Coral Reefs

Page 22

Mr. Lyell ("Principles of Geology," volume iii., page 289.) has observed that the growth of the coral would tend to obstruct all the channels through a reef, except those kept open by discharging the water, which during high tide and the greater part of each ebb is thrown over its circumference. Several facts indicate that a considerable quantity of sediment is likewise discharged through these channels; and Captain Moresby informs me that he has observed, during the change of the monsoon, the sea discoloured to a distance off the entrances into the Maldiva and Chagos atolls. This, probably, would check the growth of the coral in them, far more effectually than a mere current of water. In the many small atolls without any channel, these causes have not prevented the entire ring attaining the surface. The channels, like the submerged and effaced parts of the reef, very generally though not invariably occur on the leeward side of the atoll, or on that side, according to Beechey (Beechey's "Voyage," 4to edition, volume i., page 189.), which, from running in the same direction with the prevalent wind, is not fully exposed to it. Passages between the islets on the reef, through which boats can pass at high water, must not be confounded with ship-channels, by which the annular reef itself is breached. The passages between the islets occur, of course, on the windward as well as on the leeward side; but they are more frequent and broader to leeward, owing to the lesser dimensions of the islets on that side.

At Keeling atoll the shores of the lagoon shelve gradually, where the bottom is of sediment, and irregularly or abruptly where there are coral-reefs; but this is by no means the universal structure in other atolls. Chamisso (Kotzebue's "First Voyage," volume iii., page 142.), speaking in general terms of the lagoons in the Marshall atolls, says the lead generally sinks "from a depth of two or three fathoms to twenty or twenty-four, and you may pursue a line in which on one side of the boat you may see the bottom, and on the other the azure-blue deep water." The shores of the lagoon-like channel within the barrier-reef at Vanikoro have a similar structure. Captain Beechey has described a modification of this structure (and he believes it is not uncommon) in two atolls in the Low Archipelago, in which the shores of the lagoon descend by a few, broad, slightly inclined ledges or steps: thus at Matilda atoll (Beechey's "Voyage," 4to edition, volume i, page 160. At Whitsunday Island the bottom of the lagoon slopes gradually towards the centre, and then deepens suddenly, the edge of the bank being nearly perpendicular. This bank is formed of coral and dead shells.), the great exterior reef, the surface of which is gently inclined towards and beneath the surface of the lagoon, ends abruptly in a little cliff three fathoms deep; at its foot, a ledge forty yards wide extends, shelving gently inwards like the surface-reef, and terminated by a second little cliff five fathoms deep; beyond this, the bottom of the lagoon slopes to twenty fathoms, which is the average depth of its centre. These ledges seem to be formed of coral-rock; and Captain Beechey says that the lead often descended several fathoms through holes in them. In some atolls, all the coral reefs or knolls in the lagoon come to the surface at low water; in other cases of rarer occurrence, all lie at nearly the same depth beneath it, but most frequently they are quite irregular,--some with perpendicular, some with sloping sides,--some rising to the surface, and others lying at all intermediate depths from the bottom upwards. I cannot, therefore, suppose that the union of such reefs could produce even one uniformly sloping ledge, and much less two or three, one beneath the other, and each terminated by an abrupt wall. At Matilda Island, which offers the best example of the step-like structure, Captain Beechey observes that the coral-knolls within the lagoon are quite irregular in their height. We shall hereafter see that the theory which accounts for the ordinary form of atolls, apparently includes this occasional peculiarity in their structure.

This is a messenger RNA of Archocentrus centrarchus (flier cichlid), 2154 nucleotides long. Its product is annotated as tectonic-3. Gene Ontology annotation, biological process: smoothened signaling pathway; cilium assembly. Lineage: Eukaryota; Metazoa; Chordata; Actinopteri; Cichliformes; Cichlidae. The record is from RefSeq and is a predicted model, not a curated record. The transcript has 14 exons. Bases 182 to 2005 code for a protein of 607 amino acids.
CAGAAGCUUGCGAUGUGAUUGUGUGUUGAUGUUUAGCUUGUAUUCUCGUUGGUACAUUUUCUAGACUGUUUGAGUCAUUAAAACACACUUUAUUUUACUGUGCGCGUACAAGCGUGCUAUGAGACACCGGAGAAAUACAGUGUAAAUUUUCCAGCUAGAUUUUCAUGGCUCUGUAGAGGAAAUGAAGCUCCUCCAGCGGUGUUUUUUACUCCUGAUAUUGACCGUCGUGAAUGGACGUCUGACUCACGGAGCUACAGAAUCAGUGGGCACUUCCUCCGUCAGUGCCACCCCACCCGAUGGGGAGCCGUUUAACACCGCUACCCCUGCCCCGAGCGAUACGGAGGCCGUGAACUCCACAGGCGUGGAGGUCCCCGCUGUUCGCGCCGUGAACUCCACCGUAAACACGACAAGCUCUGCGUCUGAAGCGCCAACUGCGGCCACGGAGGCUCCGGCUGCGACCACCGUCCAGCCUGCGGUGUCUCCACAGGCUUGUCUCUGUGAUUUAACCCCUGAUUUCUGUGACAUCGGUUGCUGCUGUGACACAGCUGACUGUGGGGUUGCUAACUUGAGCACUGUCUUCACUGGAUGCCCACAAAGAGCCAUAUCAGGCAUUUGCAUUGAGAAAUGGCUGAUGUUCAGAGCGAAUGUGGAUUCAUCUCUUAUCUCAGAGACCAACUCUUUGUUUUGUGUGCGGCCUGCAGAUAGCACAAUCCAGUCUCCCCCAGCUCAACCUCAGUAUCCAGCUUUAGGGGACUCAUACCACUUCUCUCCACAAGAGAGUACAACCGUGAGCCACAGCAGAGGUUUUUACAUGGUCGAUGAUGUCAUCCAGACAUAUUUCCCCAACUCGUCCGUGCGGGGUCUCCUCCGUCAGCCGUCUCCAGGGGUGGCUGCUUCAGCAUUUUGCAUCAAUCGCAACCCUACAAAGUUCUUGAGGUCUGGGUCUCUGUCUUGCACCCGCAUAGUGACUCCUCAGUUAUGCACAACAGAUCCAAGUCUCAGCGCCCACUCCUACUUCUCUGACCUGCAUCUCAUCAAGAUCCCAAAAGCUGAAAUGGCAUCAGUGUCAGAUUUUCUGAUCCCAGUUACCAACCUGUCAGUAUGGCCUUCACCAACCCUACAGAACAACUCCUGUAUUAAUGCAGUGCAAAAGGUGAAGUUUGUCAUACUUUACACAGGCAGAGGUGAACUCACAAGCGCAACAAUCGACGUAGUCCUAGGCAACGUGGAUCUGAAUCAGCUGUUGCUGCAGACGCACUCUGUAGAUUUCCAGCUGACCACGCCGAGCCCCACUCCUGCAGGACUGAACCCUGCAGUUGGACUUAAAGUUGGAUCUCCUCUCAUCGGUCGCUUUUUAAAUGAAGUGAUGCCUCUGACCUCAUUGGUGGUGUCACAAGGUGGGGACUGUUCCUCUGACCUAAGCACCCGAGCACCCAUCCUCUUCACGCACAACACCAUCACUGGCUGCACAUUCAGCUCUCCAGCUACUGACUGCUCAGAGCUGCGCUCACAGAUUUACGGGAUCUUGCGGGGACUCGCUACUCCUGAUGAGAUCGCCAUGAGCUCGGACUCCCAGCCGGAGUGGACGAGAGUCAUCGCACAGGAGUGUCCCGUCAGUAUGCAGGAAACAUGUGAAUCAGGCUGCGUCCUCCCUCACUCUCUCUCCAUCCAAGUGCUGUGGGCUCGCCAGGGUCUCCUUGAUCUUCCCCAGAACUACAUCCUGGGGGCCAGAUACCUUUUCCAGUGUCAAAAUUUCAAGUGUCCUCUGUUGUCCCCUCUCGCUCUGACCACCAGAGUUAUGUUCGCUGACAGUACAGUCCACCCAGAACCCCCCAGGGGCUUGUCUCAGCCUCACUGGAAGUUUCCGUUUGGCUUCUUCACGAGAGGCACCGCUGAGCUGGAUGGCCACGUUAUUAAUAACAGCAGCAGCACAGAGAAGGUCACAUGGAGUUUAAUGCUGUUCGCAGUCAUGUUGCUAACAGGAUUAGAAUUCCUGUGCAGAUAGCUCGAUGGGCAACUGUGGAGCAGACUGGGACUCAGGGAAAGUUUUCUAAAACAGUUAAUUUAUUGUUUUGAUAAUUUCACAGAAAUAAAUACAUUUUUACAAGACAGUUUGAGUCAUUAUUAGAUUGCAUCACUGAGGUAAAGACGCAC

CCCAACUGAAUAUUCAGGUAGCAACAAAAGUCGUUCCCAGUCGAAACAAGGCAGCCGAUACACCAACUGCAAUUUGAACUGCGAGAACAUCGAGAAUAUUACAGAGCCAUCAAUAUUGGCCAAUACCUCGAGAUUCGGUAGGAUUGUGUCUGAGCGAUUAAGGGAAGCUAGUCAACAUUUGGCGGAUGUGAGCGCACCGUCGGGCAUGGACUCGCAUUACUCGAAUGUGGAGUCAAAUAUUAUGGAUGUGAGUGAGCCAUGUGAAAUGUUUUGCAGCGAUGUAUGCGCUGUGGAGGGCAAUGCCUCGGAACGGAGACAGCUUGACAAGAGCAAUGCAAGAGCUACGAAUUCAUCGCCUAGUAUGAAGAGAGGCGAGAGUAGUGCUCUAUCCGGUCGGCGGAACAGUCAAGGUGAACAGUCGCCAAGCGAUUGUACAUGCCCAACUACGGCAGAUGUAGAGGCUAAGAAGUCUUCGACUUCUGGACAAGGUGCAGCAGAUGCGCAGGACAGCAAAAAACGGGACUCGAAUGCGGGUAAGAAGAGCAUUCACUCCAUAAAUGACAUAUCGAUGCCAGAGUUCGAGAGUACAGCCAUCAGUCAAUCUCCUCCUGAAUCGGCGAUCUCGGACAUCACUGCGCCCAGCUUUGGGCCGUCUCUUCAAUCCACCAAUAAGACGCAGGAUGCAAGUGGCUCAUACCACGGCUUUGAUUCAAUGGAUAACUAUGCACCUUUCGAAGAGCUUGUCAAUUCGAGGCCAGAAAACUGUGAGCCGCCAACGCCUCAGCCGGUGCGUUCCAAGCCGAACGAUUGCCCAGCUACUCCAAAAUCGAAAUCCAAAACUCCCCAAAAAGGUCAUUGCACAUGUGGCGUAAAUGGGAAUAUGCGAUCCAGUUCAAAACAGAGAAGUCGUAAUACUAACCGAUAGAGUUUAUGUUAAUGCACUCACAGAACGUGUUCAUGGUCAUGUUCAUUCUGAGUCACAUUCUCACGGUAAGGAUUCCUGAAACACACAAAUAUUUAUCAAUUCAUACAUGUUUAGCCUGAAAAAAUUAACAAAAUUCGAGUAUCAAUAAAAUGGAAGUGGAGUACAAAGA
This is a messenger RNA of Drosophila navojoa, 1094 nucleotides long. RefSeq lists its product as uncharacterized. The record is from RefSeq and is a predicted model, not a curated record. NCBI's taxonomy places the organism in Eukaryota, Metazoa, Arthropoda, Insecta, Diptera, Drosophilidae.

Coral Reefs Page 23

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Charles Darwin

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